Supplementary Information Tables: 2021–22 Departmental Results Report

Table of Contents

Reporting on Green Procurement

This supplementary information table supports reporting on green procurement activities in accordance with the Policy on Green Procurement.


Although the Office of the Information Commissioner (OIC) is not bound by the Federal Sustainable Development Act and is not required to develop a full Departmental Sustainable Development Strategy (DSDS), the OIC adheres to the principles of the Federal Sustainable Development Strategy (FSDS) by complying with the Policy on Green Procurement.

The Policy on Green Procurement supports the Government of Canada’s effort to promote environmental stewardship. In keeping with the objectives of the policy, the OIC supports sustainable development by integrating environmental performance considerations into the procurement decision‑making process through the actions described in the 2019 to 2022 FSDS “Greening Government” goal.


Greening Government:The Government of Canada will transition to low-carbon, climate-resilient, and green operations

Greening Government:The Government of Canada will transition to low-carbon, climate-resilient, and green operations

FSDS target(s)

FSDS contributing action(s)

Corresponding departmental action(s)

Starting point(s)
Performance indicator(s)

Results achieved

Contribution by each departmental result to the FSDS goal and target

Actions supporting the Greening Government goal and the Policy on Green Procurement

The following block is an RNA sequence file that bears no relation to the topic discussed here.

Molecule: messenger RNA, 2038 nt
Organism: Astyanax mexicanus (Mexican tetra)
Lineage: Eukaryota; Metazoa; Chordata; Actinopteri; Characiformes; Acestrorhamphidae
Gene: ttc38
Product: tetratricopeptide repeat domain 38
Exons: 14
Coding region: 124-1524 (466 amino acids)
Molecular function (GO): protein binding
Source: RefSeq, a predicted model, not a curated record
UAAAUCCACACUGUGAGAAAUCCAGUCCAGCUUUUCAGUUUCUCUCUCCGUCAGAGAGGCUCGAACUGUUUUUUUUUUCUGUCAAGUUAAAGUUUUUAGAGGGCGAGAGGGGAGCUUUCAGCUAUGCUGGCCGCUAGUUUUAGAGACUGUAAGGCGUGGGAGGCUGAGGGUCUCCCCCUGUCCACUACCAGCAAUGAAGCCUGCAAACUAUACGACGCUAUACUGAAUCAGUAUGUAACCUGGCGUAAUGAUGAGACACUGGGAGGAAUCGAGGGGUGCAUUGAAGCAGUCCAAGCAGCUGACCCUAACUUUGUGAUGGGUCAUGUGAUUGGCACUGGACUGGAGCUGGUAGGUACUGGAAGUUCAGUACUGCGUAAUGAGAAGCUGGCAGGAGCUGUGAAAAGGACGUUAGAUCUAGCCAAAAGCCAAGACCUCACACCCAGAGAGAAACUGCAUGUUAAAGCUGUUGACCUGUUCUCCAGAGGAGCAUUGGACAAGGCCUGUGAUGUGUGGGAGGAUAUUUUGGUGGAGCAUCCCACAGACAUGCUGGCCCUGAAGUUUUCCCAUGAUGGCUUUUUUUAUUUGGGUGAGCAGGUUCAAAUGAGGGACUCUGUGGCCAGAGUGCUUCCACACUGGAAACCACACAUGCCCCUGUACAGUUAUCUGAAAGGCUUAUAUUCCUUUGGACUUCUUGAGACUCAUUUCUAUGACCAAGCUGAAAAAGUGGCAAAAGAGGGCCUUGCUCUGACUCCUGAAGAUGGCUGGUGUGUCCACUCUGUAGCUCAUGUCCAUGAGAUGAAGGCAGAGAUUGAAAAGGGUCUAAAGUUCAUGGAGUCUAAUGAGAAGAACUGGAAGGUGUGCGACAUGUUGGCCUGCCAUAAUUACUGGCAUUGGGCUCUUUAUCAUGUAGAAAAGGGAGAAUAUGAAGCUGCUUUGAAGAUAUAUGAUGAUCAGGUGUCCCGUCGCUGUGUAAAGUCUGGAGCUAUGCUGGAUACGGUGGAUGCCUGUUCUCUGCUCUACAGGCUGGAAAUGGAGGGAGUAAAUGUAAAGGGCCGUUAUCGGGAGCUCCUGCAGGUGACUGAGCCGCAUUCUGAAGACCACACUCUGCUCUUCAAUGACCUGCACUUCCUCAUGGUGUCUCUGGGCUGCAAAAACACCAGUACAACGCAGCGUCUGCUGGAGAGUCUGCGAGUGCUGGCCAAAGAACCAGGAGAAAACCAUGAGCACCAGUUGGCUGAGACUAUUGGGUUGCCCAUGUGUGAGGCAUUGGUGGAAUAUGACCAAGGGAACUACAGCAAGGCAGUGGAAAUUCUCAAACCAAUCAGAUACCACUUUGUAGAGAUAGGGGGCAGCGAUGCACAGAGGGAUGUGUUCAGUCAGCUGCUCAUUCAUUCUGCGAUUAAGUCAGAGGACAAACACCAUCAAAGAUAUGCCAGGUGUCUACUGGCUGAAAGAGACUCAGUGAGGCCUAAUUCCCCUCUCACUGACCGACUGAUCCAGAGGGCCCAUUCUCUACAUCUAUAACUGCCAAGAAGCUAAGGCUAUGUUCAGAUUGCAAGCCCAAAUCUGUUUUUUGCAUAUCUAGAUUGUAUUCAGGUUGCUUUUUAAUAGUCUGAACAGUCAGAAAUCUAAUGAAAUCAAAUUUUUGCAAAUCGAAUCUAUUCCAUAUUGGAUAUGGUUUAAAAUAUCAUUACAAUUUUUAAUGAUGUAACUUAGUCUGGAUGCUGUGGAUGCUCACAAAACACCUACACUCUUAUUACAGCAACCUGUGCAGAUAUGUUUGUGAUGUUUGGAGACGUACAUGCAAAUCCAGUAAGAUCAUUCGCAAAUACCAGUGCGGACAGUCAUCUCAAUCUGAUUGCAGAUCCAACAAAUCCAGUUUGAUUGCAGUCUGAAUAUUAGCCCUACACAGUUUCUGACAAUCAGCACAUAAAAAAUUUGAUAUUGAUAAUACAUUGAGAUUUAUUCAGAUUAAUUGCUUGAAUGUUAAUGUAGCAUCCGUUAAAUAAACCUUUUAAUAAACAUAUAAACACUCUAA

Departments will use environmental criteria to reduce the environmental impact and ensure best value in government procurement decisions

  • Ensure key officials include contribution to and support for the Government of Canada Policy on Green Procurement objectives in their performance evaluations
  • Ensure decisions makers have the necessary training and awareness to support green procurement
  • Integrate environmental considerations into procurement management processes and controls
  • Number and percentage of managers and functional heads of procurement and materiel whose performance evaluation includes support and contribution towards green procurement in the current fiscal year (target: 100%)
  • Volume of toner cartridges recycled relative to the total volume of all toner cartridges purchased in the year in question (target: 100%)
  • Ratio of copy paper that contains a minimum of 30% recycled content relative to the total dollar value or volume of all copy paper, commercial printing and/or envelope purchases in the year in question (target: 100%)
  • Percentage of IT purchases that include criteria or clauses that reduce the environmental impact of the product or service being purchased (target: 100%)

All targets met

Green procurement incorporates environmental criteria into purchasing decisions. Procurement agents who are trained to apply such criteria can award contracts to suppliers with a reduced greenhouse gas (GHG) footprint. This is expected to motivate suppliers to reduce GHG emissions associated with their goods, services and supply chains.

United Nations Sustainable Development Goal 12 (Target 12.7)

Date modified: 2022-02-01

Support for green procurement will be strengthened, including guidance, tools and training for public service employees

Ensure material management and procurement specialists have the necessary training and awareness to support green procurement.

Percentage of specialists in procurement and materiel management who have completed training on green procurement (target: 100%)

100% of procurement specialists have received the training.